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way you can make up for the past, Often enough he thought of Mr. and besides, unless you do so, you Vale's opinion that Alice was "too will always be in the power of this good for him.” He thought of it Deane, who knows your secret.” at night when he saw her return

Charlie winced at that; there pale and weary from her teaching, had been one little selfish thought but always cheerful and bright to mixed up with his gratitude to welcome bim; he thought of it in Alice, and that was satisfaction the morning when they parted, he that he could go and pay the ac- to his business, she to the fatigucounts without his employer getting ing walk along the dusty streets to to know about the affair at all; he begin her task-and this was his was some time before he could doing, the consequence of his weakrecognize the necessity of disclos- ness, his self-indulgence. So three ing his secret ; however, he tried months dragged on-Alice Dormer to be brave, and to believe Alice's had just completed the term of assurance that God would bring teaching for which she was already all things right if he only trusted paid-that was a weight off her him.

mind. It was terrible work to go into She need not now continue her that little inner counting-house and work, for their small income preask to speak to Mr. Vale, and then vented it being actually necessary, choke and stammer to find that the but her little pupils had grown to words were not forthcoming; but love her so much that Mrs. Hudson Charlie had to go through it and would not let her go, but begged bear the anger and reproaches of her to try it for at least another which he deserved so justly. But quarter. So Alice went on for when Mr. Vale declared he should three more weeks of work, then dismiss him, that he was unfit to she began to flag, and to grow faint be trusted again, Charlie grew des- and weary when night came, and perate and pleaded so earnestly for to go to bed wondering what ailed another trial for his sister's sake her, whether she was growing fan-his sister who was beginning that ciful or whether she was going invery day to work for him—that his deed to be ill. And then one mornemployer pitied him and at last not ing, in spite of all her determinaonly forgave him but promised to tion, she could not rise, but tossed keep the matter secret, provided about feverishly, wishing-ah! how there was no repetition of any vainly—that her mother was there similar offence.

to speak to her in her gentle voice, “And I shall watch you, sir, you and lay her hand upon her burning may be certain, so take care of head; but before night that longing yourself, and if you listen to my and all others were gone, and Alice advice I would say be very kind to was unconscious of everything and your sister, for she's too good for every one round her, talking at inyou," and then Charlie was sent tervals of her childish days, and out of the counting-house feeling then lying half asleep to start up to more humbled and asbamed than utter some frightened explanation ever he had done in his life before. about “Charlie" and the money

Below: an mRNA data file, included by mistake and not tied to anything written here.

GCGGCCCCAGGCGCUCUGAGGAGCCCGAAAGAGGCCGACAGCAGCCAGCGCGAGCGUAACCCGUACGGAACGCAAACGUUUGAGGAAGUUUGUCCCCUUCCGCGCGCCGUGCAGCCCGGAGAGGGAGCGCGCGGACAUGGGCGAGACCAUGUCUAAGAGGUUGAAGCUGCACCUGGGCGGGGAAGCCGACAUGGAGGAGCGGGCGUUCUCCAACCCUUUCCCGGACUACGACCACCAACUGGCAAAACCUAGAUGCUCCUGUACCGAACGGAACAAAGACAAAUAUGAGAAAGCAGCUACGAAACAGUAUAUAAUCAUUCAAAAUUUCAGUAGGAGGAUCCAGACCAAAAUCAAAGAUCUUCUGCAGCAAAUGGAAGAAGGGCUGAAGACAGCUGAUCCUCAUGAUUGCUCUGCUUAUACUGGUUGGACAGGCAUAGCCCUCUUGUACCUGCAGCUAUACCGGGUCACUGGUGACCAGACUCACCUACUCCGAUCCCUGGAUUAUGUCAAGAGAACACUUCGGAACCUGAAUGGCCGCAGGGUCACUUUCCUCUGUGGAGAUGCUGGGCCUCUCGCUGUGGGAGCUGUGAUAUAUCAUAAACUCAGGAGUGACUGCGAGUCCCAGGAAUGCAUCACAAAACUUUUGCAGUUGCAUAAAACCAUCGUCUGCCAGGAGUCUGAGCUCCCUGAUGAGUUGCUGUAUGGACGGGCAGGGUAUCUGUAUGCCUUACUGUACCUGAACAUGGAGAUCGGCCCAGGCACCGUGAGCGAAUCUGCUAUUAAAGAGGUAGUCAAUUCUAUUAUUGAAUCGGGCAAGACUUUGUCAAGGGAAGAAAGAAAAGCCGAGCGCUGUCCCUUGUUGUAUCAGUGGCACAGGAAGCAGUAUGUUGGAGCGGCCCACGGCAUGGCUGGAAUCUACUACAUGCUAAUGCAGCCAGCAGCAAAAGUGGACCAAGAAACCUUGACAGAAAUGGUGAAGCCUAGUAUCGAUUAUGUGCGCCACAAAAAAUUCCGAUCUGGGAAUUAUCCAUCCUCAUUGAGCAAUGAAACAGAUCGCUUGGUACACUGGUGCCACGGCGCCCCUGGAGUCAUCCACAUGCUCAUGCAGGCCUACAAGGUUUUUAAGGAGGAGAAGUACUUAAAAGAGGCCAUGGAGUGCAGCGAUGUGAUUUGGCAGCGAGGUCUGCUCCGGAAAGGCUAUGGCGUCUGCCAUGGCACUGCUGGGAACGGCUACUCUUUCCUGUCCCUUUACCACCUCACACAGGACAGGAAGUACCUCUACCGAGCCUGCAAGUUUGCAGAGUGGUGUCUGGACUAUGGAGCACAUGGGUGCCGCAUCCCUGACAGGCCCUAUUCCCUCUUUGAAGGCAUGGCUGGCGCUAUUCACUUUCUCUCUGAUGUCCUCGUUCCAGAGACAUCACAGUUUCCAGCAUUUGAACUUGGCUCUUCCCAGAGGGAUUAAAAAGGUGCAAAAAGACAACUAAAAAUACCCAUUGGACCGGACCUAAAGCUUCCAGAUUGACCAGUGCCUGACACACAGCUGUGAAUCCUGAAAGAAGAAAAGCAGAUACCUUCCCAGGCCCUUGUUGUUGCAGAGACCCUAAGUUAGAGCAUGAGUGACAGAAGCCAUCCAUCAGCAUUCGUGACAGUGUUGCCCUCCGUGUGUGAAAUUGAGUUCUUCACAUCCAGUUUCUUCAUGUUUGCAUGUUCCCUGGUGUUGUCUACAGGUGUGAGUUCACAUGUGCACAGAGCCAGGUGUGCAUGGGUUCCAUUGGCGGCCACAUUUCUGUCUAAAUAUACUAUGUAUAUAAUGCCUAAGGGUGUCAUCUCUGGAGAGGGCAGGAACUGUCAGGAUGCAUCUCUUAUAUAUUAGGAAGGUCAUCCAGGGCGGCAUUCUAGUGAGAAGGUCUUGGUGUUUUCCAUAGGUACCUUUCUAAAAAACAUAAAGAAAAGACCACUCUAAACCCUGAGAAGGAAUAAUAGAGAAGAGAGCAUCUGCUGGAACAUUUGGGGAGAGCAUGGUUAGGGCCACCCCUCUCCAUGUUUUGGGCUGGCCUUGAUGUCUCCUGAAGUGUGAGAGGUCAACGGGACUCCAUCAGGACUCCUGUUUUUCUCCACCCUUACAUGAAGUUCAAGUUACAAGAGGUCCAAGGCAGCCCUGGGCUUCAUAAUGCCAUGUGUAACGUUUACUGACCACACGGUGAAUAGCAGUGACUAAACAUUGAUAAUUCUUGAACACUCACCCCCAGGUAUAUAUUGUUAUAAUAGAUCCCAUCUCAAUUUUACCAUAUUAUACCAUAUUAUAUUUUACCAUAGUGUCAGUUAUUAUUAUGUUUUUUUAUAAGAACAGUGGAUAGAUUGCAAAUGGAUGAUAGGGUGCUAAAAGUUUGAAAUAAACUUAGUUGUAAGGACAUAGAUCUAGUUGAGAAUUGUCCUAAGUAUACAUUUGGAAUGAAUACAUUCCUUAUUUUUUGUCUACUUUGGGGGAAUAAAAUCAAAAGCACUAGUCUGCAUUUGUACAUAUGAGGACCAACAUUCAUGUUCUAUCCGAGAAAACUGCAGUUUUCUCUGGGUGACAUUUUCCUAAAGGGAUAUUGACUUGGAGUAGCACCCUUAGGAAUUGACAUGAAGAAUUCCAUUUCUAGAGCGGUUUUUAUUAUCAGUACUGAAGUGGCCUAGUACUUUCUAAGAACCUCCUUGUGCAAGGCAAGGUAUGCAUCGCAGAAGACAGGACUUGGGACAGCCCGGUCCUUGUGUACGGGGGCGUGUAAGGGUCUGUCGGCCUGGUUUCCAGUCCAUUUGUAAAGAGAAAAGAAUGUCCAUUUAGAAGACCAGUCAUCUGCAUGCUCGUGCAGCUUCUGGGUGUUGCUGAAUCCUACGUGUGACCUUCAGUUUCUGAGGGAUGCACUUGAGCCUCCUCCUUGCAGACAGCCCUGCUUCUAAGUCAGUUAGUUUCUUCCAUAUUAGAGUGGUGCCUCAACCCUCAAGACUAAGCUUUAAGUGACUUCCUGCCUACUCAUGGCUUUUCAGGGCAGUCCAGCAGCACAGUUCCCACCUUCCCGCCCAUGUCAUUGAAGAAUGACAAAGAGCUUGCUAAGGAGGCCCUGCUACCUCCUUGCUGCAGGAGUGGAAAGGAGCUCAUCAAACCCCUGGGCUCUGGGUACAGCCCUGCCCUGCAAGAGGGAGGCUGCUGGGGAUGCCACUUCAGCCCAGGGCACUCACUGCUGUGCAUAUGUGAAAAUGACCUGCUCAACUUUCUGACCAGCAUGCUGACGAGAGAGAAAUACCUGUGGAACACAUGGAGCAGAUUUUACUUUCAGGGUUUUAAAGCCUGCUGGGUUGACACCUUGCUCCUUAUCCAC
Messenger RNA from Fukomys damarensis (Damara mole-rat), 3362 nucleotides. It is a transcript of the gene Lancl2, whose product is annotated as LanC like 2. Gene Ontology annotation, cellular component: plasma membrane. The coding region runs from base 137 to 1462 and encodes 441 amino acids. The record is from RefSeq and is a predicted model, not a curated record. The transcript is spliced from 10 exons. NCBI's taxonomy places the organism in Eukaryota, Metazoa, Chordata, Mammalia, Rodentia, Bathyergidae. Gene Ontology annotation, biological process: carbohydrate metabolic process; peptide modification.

But God loved him then in his and Mr. Vale. humiliation, better than in all his All the anxiety and dread she days of careless happiness, and the had gone through had overwrought fall and its consequent suffering her mind, and then the daily exerand shame did a work in Charlie tions of teaching which followed Dormer's character which nothing proved more than her strength else would have accomplished. could bear, and this was the result.


The doctor pronounced it nerv- wish bade fair to be realized, and ous fever which would cause Charlie was already talking of the lingering illness, and it was indeed time when he shall make a nice a weary time before poor Alice was little home for Alice, and he herself again, but at last she began dreamed bright visions of prosto recover and slowly regained her perity and wealth all to be shared health and strength.

with her, some of which may come The person in whose house they true and some of which will be lived nursed her as tenderly as a never realized. mother could have done, but it was But Alice's great happiness is to Charlie who spent nights in watch- see Charlie what his mother hoped ing by his sister's sick-bed, who and prayed he might be-faithful devoted every moment that was his in his duty to others, and although own to waiting upon her, and who the thought of his temptations and tried during her recovery to antici- fall can never be anything but sad, pate her slightest wish, and so she thanks God who has brought make some small amends for all she so much good out of all the evil. had suffered for his sake.

Her other early hope and desire And Alice's goodness and self- seems as far as ever from being sacrifice had made an impression realized, for Charlie needs her still, on her brother's mind which never and she has learned to see that faded. He went on steadily in busi- there lies her work of God, that in ness and regained Mr. Vale's con- her own home in quiet daily duties, fidence so entirely that at the end all unknown and unnoticed by any of the year he rose to a higher post; human eye, she is best fulfilling the he learned to resist the temptations divine will, and so she is contentwhich came in his way from the leaving herself, her future, and all company into which he was some that may give joy or sorrow, in the times thrown, and became so saving hands of him who has been so good, and industrious that his mother's so merciful in the past.






The absolute necessity of divine whole of the good tidings, which faith is manifestly established by the apostles were ordered to preach the Apostle in his Epistle to the to every creature, adding,